Uber and Mass Transit: Complements in Conflict

Since I last analyzed cab shares in the outer borough taxi data, bloggers at FiveThirtyEight and Market Urbanism have written about how taxis interact with mass transit.

Nate Silver and Reuben Fischer-Baum first noticed the complementary nature of Uber and mass transit. Rather than stealing customers from mass transit in a competitive way, Uber and mass transit should be seen as two members of the basket of transportation goods someone who doesn't own a car is using. In this way, usage of Uber and mass transit will both go up as private car ownership goes down.

Jeff Fong at Market Urbanism continued this reasoning to state that Uber is actually solving the "last mile problem" of mass transit. He says that not only are Uber and mass transit being used to complement each other in the long run (meaning, today I can choose to take Uber or the subway to get downtown), but they are complements within a single trip. He goes on to explain that what matters is density. This sort of interaction works in New York because of its density, and wouldn't have the same effect in LA or Houston. I've anecdotally seen this happen in Boston, a dense city with a smaller mass transit system. There, Uber functions more like an every day form of transit, while in New York it is more of a luxury good.

My analysis shows that this dynamic between cabs and transit predates Uber. New York's transit is amazing, but has largely stopped growing in recent years (next week's new 7 train station is the first one opening in my lifetime.) Development and population growth have continued despite transit's lack of growth. Given this growing demand in the outer boroughs and fixed supply, it's no wonder informal arrangements with cab companies came about before the technology was there to support it.

Jeff Fong was right to focus on density being conducive to alternative transportation modes, but I'd continue his line of reasoning to say that the real problem is the disconnect between transit development, real estate development, and population dynamics. The New York City subways were originally built through farmland, in anticipation of a growing city. Now, it's difficult to build a line through the most dense neighborhoods in the city, which does not bode well to providing expansion where it's truly needed: in the fringes.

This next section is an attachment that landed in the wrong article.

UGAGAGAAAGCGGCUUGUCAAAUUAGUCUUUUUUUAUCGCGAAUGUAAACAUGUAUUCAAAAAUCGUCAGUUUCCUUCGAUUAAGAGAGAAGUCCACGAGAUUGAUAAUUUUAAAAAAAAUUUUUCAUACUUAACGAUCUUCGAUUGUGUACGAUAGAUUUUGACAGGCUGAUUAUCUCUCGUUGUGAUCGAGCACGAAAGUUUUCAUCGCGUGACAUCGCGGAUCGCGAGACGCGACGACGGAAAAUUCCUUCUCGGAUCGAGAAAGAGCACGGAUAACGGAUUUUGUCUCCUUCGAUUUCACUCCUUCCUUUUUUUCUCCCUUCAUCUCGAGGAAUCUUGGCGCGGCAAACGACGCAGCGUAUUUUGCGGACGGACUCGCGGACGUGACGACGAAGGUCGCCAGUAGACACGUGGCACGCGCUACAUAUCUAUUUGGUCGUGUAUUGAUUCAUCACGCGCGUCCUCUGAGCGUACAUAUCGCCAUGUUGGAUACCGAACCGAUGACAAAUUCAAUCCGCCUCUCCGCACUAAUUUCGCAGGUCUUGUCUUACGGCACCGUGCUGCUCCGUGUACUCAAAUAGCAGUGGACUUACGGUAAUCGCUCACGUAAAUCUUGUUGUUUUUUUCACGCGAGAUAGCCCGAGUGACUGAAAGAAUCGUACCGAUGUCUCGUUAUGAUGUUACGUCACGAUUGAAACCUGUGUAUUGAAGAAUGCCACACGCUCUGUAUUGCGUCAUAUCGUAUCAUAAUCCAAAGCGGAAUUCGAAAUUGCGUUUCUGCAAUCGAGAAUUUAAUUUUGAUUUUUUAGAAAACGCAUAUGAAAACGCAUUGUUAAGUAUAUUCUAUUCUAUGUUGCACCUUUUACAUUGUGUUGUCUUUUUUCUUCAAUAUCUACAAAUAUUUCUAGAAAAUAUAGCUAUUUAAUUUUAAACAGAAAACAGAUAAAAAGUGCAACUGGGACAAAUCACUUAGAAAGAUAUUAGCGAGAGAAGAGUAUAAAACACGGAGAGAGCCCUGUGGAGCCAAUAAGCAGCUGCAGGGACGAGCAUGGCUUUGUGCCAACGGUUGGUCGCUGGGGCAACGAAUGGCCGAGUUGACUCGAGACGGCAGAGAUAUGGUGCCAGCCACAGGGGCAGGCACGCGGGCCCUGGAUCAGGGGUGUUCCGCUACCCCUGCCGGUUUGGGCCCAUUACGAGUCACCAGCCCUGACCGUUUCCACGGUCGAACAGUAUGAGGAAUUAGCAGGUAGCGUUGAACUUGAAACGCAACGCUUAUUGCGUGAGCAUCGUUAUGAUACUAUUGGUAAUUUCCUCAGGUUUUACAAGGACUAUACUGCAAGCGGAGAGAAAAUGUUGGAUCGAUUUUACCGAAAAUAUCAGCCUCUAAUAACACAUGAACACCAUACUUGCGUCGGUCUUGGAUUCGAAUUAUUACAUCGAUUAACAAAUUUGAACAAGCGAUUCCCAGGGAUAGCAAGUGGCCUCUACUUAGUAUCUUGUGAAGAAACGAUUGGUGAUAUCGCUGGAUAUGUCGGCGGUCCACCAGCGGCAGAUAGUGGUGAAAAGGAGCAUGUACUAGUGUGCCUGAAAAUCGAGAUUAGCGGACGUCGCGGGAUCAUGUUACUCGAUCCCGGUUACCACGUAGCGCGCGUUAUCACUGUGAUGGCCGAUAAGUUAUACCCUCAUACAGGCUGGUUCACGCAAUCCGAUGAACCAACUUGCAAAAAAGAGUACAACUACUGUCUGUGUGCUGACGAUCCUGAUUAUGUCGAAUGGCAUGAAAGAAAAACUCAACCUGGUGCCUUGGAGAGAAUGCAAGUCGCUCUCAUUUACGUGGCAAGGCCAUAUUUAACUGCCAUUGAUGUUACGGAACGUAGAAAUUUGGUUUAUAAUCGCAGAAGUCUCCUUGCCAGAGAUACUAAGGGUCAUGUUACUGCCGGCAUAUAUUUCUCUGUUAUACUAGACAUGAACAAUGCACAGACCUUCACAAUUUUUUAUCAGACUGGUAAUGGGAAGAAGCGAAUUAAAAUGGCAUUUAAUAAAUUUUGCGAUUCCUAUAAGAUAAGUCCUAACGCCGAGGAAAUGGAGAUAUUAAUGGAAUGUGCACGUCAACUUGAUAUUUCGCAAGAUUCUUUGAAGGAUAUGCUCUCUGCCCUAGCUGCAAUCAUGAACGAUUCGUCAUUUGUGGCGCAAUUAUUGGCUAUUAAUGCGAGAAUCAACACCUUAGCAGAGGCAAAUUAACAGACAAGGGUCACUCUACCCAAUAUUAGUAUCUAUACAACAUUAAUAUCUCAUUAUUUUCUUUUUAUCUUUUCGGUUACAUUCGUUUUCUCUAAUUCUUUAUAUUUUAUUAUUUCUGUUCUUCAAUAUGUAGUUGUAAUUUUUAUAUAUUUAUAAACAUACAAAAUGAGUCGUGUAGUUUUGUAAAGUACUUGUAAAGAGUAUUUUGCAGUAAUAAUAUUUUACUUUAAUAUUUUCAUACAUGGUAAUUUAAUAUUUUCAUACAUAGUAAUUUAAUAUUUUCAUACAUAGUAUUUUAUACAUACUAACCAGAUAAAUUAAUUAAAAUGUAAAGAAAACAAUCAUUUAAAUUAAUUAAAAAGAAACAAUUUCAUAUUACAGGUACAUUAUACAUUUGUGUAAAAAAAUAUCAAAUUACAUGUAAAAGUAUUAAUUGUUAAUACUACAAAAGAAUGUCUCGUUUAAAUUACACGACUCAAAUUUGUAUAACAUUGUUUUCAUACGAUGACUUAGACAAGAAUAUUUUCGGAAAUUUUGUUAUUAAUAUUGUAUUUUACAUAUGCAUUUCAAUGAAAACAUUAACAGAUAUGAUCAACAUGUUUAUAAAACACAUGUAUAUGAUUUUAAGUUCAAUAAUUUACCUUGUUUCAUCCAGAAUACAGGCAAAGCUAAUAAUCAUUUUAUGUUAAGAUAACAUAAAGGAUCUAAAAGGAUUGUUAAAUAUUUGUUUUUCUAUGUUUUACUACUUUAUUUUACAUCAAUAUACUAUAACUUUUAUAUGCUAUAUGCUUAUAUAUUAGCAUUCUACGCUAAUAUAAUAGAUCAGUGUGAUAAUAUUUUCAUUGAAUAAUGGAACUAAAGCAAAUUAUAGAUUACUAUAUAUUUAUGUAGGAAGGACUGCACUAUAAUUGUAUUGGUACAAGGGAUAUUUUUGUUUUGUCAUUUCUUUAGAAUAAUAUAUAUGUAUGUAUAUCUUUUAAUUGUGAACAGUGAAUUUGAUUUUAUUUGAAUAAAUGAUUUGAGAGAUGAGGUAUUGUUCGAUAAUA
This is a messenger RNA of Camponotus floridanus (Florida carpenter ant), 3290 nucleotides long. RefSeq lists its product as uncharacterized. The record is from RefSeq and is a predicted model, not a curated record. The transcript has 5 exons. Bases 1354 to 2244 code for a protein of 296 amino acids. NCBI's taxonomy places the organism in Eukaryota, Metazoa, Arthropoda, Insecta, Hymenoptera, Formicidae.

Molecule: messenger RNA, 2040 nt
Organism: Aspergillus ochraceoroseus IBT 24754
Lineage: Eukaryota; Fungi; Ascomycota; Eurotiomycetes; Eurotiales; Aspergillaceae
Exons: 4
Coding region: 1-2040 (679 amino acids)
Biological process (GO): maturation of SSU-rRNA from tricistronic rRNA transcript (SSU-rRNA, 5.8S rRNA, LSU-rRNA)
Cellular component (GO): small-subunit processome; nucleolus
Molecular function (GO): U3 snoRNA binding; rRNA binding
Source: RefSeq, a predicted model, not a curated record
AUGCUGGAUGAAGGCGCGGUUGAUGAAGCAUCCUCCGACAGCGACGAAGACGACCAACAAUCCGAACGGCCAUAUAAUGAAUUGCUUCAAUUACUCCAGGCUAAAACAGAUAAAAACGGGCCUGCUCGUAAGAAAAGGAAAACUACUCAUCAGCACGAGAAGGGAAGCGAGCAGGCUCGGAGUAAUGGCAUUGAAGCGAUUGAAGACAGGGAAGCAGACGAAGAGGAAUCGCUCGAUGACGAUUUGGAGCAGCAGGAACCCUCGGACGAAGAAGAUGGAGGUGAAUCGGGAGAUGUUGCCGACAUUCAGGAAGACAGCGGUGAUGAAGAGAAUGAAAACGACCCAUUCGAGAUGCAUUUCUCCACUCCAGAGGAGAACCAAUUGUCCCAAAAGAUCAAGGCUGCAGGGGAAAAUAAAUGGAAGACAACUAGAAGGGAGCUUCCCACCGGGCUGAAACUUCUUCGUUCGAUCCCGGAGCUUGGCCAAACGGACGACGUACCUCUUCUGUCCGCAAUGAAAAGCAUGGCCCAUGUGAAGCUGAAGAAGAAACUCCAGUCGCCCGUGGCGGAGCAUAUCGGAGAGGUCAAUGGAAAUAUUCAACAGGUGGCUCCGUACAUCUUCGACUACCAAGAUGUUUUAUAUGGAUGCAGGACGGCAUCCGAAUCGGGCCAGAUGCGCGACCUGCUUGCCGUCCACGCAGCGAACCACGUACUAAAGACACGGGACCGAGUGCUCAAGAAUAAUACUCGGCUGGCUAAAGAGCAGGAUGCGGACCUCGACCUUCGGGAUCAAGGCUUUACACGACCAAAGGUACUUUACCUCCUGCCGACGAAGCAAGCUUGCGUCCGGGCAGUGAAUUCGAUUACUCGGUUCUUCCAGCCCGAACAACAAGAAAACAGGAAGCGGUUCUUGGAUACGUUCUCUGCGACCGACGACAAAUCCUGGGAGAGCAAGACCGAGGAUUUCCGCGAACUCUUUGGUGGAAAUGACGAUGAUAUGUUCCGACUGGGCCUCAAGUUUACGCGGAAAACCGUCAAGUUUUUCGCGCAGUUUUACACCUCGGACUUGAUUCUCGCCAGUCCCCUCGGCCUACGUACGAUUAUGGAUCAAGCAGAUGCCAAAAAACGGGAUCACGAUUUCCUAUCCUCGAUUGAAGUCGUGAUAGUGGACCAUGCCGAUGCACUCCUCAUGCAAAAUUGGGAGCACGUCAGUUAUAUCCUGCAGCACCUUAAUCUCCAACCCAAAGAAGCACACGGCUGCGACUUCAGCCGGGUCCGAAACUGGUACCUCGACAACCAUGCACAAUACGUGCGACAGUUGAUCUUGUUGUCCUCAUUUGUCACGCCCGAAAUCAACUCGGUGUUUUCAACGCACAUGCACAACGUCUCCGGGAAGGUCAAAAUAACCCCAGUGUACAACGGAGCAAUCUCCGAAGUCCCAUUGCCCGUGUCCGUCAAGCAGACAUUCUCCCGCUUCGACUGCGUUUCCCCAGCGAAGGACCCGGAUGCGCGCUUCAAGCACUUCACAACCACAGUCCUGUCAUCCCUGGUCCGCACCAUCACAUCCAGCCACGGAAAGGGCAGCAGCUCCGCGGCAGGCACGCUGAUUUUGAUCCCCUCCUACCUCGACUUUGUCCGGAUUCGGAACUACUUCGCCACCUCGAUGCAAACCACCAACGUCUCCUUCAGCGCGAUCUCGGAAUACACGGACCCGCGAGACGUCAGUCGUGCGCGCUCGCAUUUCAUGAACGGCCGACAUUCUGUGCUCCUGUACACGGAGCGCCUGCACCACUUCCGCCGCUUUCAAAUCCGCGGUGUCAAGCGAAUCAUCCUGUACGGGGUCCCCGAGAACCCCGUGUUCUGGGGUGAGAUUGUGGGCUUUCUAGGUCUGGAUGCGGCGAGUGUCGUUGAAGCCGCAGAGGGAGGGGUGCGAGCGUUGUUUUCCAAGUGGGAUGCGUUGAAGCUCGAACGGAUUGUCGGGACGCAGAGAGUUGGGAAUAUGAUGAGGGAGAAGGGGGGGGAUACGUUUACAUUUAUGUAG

There needs to be a new relationship forged between mass transit and development. Development should be happening organically as population grows, and the infrastructure to support that population needs to expand alongside it. We shouldn't be building subways based on where people are living now, we should be building subways in preparation for people 50 years from now.

If mass transit organizations don't do this, Uber will be extremely happy to fill in that demand. Uber is extremely convenient, but there's value to having this demand be filled locally. The relationship between commuters and cabbies on these streets evolved organically. What started out as a few frustrated commuters deciding to take a cab instead of the bus led cabbies to more frequently monitor the bus routes. Over time, the demand was so great that a cab share agreement spontaneously developed.

Uber is a one size fits all organization. It's aiming to be the department of transportation for the world. It's revolutionary, but it will absolutely kill these informal relationships. This is where local departments of transit should be aiming. They should be developing locally to fill in these gaps, and I'm afraid that they'll whither away in the face of Uber if they don't.

When private cars first became adopted, this unfulfilled demand expressed itself in auto-dominated sprawl. Now that we're on the cusp of a new transportation paradigm, we should encourage our mass transit organizations to correct the mistakes of the past, or they will be pushed to the side by Uber just as they were pushed to the side by the private car.

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